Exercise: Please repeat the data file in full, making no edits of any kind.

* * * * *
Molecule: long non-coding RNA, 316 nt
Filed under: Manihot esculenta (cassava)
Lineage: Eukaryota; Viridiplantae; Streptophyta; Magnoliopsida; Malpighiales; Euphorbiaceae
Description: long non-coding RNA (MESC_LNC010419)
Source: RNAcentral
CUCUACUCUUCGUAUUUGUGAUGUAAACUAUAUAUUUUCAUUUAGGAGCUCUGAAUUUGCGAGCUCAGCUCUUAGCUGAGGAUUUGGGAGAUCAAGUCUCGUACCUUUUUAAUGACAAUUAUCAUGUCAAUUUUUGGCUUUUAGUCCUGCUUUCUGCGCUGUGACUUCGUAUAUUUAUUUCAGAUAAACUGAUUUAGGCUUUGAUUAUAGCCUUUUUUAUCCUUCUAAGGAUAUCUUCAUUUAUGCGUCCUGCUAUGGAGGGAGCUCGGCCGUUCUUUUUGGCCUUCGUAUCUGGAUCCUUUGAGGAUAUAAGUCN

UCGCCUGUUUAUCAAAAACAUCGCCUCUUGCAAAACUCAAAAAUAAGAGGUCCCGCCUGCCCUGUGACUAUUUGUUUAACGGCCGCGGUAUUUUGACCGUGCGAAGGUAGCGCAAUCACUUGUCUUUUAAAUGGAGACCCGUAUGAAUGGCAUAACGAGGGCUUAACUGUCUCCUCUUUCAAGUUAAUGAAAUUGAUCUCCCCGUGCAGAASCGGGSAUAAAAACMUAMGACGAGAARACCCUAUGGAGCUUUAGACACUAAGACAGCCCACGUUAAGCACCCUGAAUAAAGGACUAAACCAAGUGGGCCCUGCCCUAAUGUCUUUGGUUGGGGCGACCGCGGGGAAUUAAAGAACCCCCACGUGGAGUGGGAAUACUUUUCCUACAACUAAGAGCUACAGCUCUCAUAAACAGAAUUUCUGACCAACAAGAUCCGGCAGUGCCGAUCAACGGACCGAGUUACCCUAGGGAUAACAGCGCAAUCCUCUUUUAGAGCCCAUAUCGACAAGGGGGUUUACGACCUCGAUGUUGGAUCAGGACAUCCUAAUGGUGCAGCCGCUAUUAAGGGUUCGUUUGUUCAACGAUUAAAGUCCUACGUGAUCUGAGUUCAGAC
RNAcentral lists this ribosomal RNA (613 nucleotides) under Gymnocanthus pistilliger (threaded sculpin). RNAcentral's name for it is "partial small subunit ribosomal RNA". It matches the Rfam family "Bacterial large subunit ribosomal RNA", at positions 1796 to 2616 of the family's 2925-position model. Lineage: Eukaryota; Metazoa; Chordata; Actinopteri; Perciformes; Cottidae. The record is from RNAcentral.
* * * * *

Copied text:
Molecule: long non-coding RNA, 316 nt
Filed under: Manihot esculenta (cassava)
Lineage: Eukaryota; Viridiplantae; Streptophyta; Magnoliopsida; Malpighiales; Euphorbiaceae
Description: long non-coding RNA (MESC_LNC010419)
Source: RNAcentral
CUCUACUCUUCGUAUUUGUGAUGUAAACUAUAUAUUUUCAUUUAGGAGCUCUGAAUUUGCGAGCUCAGCUCUUAGCUGAGGAUUUGGGAGAUCAAGUCUCGUACCUUUUUAAUGACAAUUAUCAUGUCAAUUUUUGGCUUUUAGUCCUGCUUUCUGCGCUGUGACUUCGUAUAUUUAUUUCAGAUAAACUGAUUUAGGCUUUGAUUAUAGCCUUUUUUAUCCUUCUAAGGAUAUCUUCAUUUAUGCGUCCUGCUAUGGAGGGAGCUCGGCCGUUCUUUUUGGCCUUCGUAUCUGGAUCCUUUGAGGAUAUAAGUCN

UCGCCUGUUUAUCAAAAACAUCGCCUCUUGCAAAACUCAAAAAUAAGAGGUCCCGCCUGCCCUGUGACUAUUUGUUUAACGGCCGCGGUAUUUUGACCGUGCGAAGGUAGCGCAAUCACUUGUCUUUUAAAUGGAGACCCGUAUGAAUGGCAUAACGAGGGCUUAACUGUCUCCUCUUUCAAGUUAAUGAAAUUGAUCUCCCCGUGCAGAASCGGGSAUAAAAACMUAMGACGAGAARACCCUAUGGAGCUUUAGACACUAAGACAGCCCACGUUAAGCACCCUGAAUAAAGGACUAAACCAAGUGGGCCCUGCCCUAAUGUCUUUGGUUGGGGCGACCGCGGGGAAUUAAAGAACCCCCACGUGGAGUGGGAAUACUUUUCCUACAACUAAGAGCUACAGCUCUCAUAAACAGAAUUUCUGACCAACAAGAUCCGGCAGUGCCGAUCAACGGACCGAGUUACCCUAGGGAUAACAGCGCAAUCCUCUUUUAGAGCCCAUAUCGACAAGGGGGUUUACGACCUCGAUGUUGGAUCAGGACAUCCUAAUGGUGCAGCCGCUAUUAAGGGUUCGUUUGUUCAACGAUUAAAGUCCUACGUGAUCUGAGUUCAGAC
RNAcentral lists this ribosomal RNA (613 nucleotides) under Gymnocanthus pistilliger (threaded sculpin). RNAcentral's name for it is "partial small subunit ribosomal RNA". It matches the Rfam family "Bacterial large subunit ribosomal RNA", at positions 1796 to 2616 of the family's 2925-position model. Lineage: Eukaryota; Metazoa; Chordata; Actinopteri; Perciformes; Cottidae. The record is from RNAcentral.